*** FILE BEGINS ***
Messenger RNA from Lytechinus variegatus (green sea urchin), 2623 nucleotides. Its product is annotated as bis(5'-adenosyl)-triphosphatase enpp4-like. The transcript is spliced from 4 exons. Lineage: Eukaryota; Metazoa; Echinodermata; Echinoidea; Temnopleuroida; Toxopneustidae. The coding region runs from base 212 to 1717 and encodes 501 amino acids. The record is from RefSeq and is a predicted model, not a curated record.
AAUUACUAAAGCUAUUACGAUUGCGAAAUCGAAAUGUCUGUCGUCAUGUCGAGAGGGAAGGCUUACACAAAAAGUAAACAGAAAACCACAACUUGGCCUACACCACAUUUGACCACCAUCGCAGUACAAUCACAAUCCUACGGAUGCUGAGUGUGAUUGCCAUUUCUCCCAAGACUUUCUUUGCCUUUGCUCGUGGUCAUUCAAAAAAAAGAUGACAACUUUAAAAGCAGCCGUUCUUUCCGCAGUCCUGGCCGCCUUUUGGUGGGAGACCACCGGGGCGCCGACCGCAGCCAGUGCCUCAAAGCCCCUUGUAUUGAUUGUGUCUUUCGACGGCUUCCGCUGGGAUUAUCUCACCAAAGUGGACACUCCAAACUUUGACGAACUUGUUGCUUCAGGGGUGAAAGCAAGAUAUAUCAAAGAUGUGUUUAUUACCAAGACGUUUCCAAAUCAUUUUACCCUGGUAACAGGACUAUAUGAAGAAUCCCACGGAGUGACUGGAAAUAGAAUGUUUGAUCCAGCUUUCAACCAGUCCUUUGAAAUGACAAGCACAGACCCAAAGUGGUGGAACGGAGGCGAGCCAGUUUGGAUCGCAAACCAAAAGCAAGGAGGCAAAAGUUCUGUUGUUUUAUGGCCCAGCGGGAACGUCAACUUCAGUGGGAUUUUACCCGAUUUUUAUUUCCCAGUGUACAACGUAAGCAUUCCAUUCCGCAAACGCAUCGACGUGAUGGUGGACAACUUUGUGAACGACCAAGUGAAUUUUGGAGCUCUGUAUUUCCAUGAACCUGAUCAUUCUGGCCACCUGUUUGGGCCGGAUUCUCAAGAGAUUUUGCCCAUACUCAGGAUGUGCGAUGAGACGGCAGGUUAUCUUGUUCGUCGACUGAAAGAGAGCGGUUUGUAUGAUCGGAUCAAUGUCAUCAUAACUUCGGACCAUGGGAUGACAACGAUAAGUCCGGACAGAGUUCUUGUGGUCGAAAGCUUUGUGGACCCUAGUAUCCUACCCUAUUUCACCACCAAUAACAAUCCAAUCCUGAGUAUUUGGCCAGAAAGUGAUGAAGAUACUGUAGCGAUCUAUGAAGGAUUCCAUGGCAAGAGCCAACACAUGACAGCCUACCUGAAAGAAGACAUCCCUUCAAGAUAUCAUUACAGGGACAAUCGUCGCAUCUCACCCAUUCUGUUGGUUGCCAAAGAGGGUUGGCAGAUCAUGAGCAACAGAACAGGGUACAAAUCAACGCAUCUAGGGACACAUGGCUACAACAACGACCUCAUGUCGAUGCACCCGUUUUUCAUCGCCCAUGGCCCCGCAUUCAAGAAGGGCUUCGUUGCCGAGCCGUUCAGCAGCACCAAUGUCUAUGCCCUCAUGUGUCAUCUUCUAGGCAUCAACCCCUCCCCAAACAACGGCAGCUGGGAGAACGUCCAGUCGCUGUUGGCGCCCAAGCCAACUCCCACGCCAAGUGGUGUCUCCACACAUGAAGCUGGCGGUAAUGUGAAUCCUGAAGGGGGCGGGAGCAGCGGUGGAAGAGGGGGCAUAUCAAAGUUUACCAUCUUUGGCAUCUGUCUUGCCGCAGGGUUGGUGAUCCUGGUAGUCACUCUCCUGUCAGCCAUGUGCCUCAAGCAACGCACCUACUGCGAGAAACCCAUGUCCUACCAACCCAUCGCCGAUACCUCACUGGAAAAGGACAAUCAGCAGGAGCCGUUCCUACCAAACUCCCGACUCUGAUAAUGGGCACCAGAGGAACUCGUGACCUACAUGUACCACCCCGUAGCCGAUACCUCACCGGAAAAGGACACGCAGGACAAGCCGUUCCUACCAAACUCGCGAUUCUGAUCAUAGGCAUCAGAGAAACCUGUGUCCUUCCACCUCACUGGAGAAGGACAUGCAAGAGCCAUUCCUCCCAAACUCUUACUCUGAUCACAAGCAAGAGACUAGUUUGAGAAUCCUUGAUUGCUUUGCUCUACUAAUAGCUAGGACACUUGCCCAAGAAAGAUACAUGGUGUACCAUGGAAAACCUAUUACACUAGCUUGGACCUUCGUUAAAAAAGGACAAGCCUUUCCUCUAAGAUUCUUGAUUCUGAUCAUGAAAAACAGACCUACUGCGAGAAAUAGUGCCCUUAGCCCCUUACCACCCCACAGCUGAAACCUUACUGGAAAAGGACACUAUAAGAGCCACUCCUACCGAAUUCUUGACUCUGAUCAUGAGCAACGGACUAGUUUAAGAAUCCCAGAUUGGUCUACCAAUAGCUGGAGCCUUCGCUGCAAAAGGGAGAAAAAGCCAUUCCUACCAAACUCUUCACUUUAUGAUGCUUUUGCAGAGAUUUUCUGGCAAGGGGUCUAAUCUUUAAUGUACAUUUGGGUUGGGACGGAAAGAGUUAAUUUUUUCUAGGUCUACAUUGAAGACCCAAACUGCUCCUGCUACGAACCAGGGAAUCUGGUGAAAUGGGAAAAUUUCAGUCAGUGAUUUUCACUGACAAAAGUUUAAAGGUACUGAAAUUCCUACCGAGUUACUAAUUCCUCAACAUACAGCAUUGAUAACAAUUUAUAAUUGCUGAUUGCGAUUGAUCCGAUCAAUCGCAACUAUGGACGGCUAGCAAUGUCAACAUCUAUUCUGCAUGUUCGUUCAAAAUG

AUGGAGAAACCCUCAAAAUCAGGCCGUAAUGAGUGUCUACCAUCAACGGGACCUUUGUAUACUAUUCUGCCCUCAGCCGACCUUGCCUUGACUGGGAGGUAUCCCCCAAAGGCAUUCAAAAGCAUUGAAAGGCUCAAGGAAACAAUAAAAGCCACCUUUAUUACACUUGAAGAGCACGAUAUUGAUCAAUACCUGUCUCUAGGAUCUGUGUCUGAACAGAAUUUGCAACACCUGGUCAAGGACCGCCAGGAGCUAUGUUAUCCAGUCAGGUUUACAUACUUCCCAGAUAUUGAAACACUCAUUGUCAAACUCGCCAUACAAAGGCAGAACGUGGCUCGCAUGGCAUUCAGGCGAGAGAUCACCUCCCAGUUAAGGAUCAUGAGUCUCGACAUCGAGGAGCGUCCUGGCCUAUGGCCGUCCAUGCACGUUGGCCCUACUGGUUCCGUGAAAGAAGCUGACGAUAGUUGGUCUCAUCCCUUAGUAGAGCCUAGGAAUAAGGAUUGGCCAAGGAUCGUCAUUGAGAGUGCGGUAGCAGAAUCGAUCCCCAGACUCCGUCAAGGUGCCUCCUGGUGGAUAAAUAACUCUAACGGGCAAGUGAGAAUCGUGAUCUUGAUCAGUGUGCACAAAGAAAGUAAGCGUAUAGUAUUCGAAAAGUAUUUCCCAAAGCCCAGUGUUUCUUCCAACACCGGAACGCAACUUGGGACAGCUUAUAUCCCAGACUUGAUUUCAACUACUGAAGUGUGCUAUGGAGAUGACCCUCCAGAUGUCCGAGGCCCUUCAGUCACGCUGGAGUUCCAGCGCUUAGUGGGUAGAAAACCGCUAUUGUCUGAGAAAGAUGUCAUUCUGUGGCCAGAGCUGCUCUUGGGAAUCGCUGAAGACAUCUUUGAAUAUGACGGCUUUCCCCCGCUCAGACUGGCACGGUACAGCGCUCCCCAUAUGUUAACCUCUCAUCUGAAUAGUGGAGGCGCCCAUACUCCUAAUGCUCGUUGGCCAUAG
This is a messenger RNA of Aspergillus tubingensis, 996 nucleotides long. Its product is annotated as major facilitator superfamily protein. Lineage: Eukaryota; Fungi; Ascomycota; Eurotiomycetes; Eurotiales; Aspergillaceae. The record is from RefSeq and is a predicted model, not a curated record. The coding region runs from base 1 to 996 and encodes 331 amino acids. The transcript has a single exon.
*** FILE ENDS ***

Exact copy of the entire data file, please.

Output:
Messenger RNA from Lytechinus variegatus (green sea urchin), 2623 nucleotides. Its product is annotated as bis(5'-adenosyl)-triphosphatase enpp4-like. The transcript is spliced from 4 exons. Lineage: Eukaryota; Metazoa; Echinodermata; Echinoidea; Temnopleuroida; Toxopneustidae. The coding region runs from base 212 to 1717 and encodes 501 amino acids. The record is from RefSeq and is a predicted model, not a curated record.
AAUUACUAAAGCUAUUACGAUUGCGAAAUCGAAAUGUCUGUCGUCAUGUCGAGAGGGAAGGCUUACACAAAAAGUAAACAGAAAACCACAACUUGGCCUACACCACAUUUGACCACCAUCGCAGUACAAUCACAAUCCUACGGAUGCUGAGUGUGAUUGCCAUUUCUCCCAAGACUUUCUUUGCCUUUGCUCGUGGUCAUUCAAAAAAAAGAUGACAACUUUAAAAGCAGCCGUUCUUUCCGCAGUCCUGGCCGCCUUUUGGUGGGAGACCACCGGGGCGCCGACCGCAGCCAGUGCCUCAAAGCCCCUUGUAUUGAUUGUGUCUUUCGACGGCUUCCGCUGGGAUUAUCUCACCAAAGUGGACACUCCAAACUUUGACGAACUUGUUGCUUCAGGGGUGAAAGCAAGAUAUAUCAAAGAUGUGUUUAUUACCAAGACGUUUCCAAAUCAUUUUACCCUGGUAACAGGACUAUAUGAAGAAUCCCACGGAGUGACUGGAAAUAGAAUGUUUGAUCCAGCUUUCAACCAGUCCUUUGAAAUGACAAGCACAGACCCAAAGUGGUGGAACGGAGGCGAGCCAGUUUGGAUCGCAAACCAAAAGCAAGGAGGCAAAAGUUCUGUUGUUUUAUGGCCCAGCGGGAACGUCAACUUCAGUGGGAUUUUACCCGAUUUUUAUUUCCCAGUGUACAACGUAAGCAUUCCAUUCCGCAAACGCAUCGACGUGAUGGUGGACAACUUUGUGAACGACCAAGUGAAUUUUGGAGCUCUGUAUUUCCAUGAACCUGAUCAUUCUGGCCACCUGUUUGGGCCGGAUUCUCAAGAGAUUUUGCCCAUACUCAGGAUGUGCGAUGAGACGGCAGGUUAUCUUGUUCGUCGACUGAAAGAGAGCGGUUUGUAUGAUCGGAUCAAUGUCAUCAUAACUUCGGACCAUGGGAUGACAACGAUAAGUCCGGACAGAGUUCUUGUGGUCGAAAGCUUUGUGGACCCUAGUAUCCUACCCUAUUUCACCACCAAUAACAAUCCAAUCCUGAGUAUUUGGCCAGAAAGUGAUGAAGAUACUGUAGCGAUCUAUGAAGGAUUCCAUGGCAAGAGCCAACACAUGACAGCCUACCUGAAAGAAGACAUCCCUUCAAGAUAUCAUUACAGGGACAAUCGUCGCAUCUCACCCAUUCUGUUGGUUGCCAAAGAGGGUUGGCAGAUCAUGAGCAACAGAACAGGGUACAAAUCAACGCAUCUAGGGACACAUGGCUACAACAACGACCUCAUGUCGAUGCACCCGUUUUUCAUCGCCCAUGGCCCCGCAUUCAAGAAGGGCUUCGUUGCCGAGCCGUUCAGCAGCACCAAUGUCUAUGCCCUCAUGUGUCAUCUUCUAGGCAUCAACCCCUCCCCAAACAACGGCAGCUGGGAGAACGUCCAGUCGCUGUUGGCGCCCAAGCCAACUCCCACGCCAAGUGGUGUCUCCACACAUGAAGCUGGCGGUAAUGUGAAUCCUGAAGGGGGCGGGAGCAGCGGUGGAAGAGGGGGCAUAUCAAAGUUUACCAUCUUUGGCAUCUGUCUUGCCGCAGGGUUGGUGAUCCUGGUAGUCACUCUCCUGUCAGCCAUGUGCCUCAAGCAACGCACCUACUGCGAGAAACCCAUGUCCUACCAACCCAUCGCCGAUACCUCACUGGAAAAGGACAAUCAGCAGGAGCCGUUCCUACCAAACUCCCGACUCUGAUAAUGGGCACCAGAGGAACUCGUGACCUACAUGUACCACCCCGUAGCCGAUACCUCACCGGAAAAGGACACGCAGGACAAGCCGUUCCUACCAAACUCGCGAUUCUGAUCAUAGGCAUCAGAGAAACCUGUGUCCUUCCACCUCACUGGAGAAGGACAUGCAAGAGCCAUUCCUCCCAAACUCUUACUCUGAUCACAAGCAAGAGACUAGUUUGAGAAUCCUUGAUUGCUUUGCUCUACUAAUAGCUAGGACACUUGCCCAAGAAAGAUACAUGGUGUACCAUGGAAAACCUAUUACACUAGCUUGGACCUUCGUUAAAAAAGGACAAGCCUUUCCUCUAAGAUUCUUGAUUCUGAUCAUGAAAAACAGACCUACUGCGAGAAAUAGUGCCCUUAGCCCCUUACCACCCCACAGCUGAAACCUUACUGGAAAAGGACACUAUAAGAGCCACUCCUACCGAAUUCUUGACUCUGAUCAUGAGCAACGGACUAGUUUAAGAAUCCCAGAUUGGUCUACCAAUAGCUGGAGCCUUCGCUGCAAAAGGGAGAAAAAGCCAUUCCUACCAAACUCUUCACUUUAUGAUGCUUUUGCAGAGAUUUUCUGGCAAGGGGUCUAAUCUUUAAUGUACAUUUGGGUUGGGACGGAAAGAGUUAAUUUUUUCUAGGUCUACAUUGAAGACCCAAACUGCUCCUGCUACGAACCAGGGAAUCUGGUGAAAUGGGAAAAUUUCAGUCAGUGAUUUUCACUGACAAAAGUUUAAAGGUACUGAAAUUCCUACCGAGUUACUAAUUCCUCAACAUACAGCAUUGAUAACAAUUUAUAAUUGCUGAUUGCGAUUGAUCCGAUCAAUCGCAACUAUGGACGGCUAGCAAUGUCAACAUCUAUUCUGCAUGUUCGUUCAAAAUG

AUGGAGAAACCCUCAAAAUCAGGCCGUAAUGAGUGUCUACCAUCAACGGGACCUUUGUAUACUAUUCUGCCCUCAGCCGACCUUGCCUUGACUGGGAGGUAUCCCCCAAAGGCAUUCAAAAGCAUUGAAAGGCUCAAGGAAACAAUAAAAGCCACCUUUAUUACACUUGAAGAGCACGAUAUUGAUCAAUACCUGUCUCUAGGAUCUGUGUCUGAACAGAAUUUGCAACACCUGGUCAAGGACCGCCAGGAGCUAUGUUAUCCAGUCAGGUUUACAUACUUCCCAGAUAUUGAAACACUCAUUGUCAAACUCGCCAUACAAAGGCAGAACGUGGCUCGCAUGGCAUUCAGGCGAGAGAUCACCUCCCAGUUAAGGAUCAUGAGUCUCGACAUCGAGGAGCGUCCUGGCCUAUGGCCGUCCAUGCACGUUGGCCCUACUGGUUCCGUGAAAGAAGCUGACGAUAGUUGGUCUCAUCCCUUAGUAGAGCCUAGGAAUAAGGAUUGGCCAAGGAUCGUCAUUGAGAGUGCGGUAGCAGAAUCGAUCCCCAGACUCCGUCAAGGUGCCUCCUGGUGGAUAAAUAACUCUAACGGGCAAGUGAGAAUCGUGAUCUUGAUCAGUGUGCACAAAGAAAGUAAGCGUAUAGUAUUCGAAAAGUAUUUCCCAAAGCCCAGUGUUUCUUCCAACACCGGAACGCAACUUGGGACAGCUUAUAUCCCAGACUUGAUUUCAACUACUGAAGUGUGCUAUGGAGAUGACCCUCCAGAUGUCCGAGGCCCUUCAGUCACGCUGGAGUUCCAGCGCUUAGUGGGUAGAAAACCGCUAUUGUCUGAGAAAGAUGUCAUUCUGUGGCCAGAGCUGCUCUUGGGAAUCGCUGAAGACAUCUUUGAAUAUGACGGCUUUCCCCCGCUCAGACUGGCACGGUACAGCGCUCCCCAUAUGUUAACCUCUCAUCUGAAUAGUGGAGGCGCCCAUACUCCUAAUGCUCGUUGGCCAUAG
This is a messenger RNA of Aspergillus tubingensis, 996 nucleotides long. Its product is annotated as major facilitator superfamily protein. Lineage: Eukaryota; Fungi; Ascomycota; Eurotiomycetes; Eurotiales; Aspergillaceae. The record is from RefSeq and is a predicted model, not a curated record. The coding region runs from base 1 to 996 and encodes 331 amino acids. The transcript has a single exon.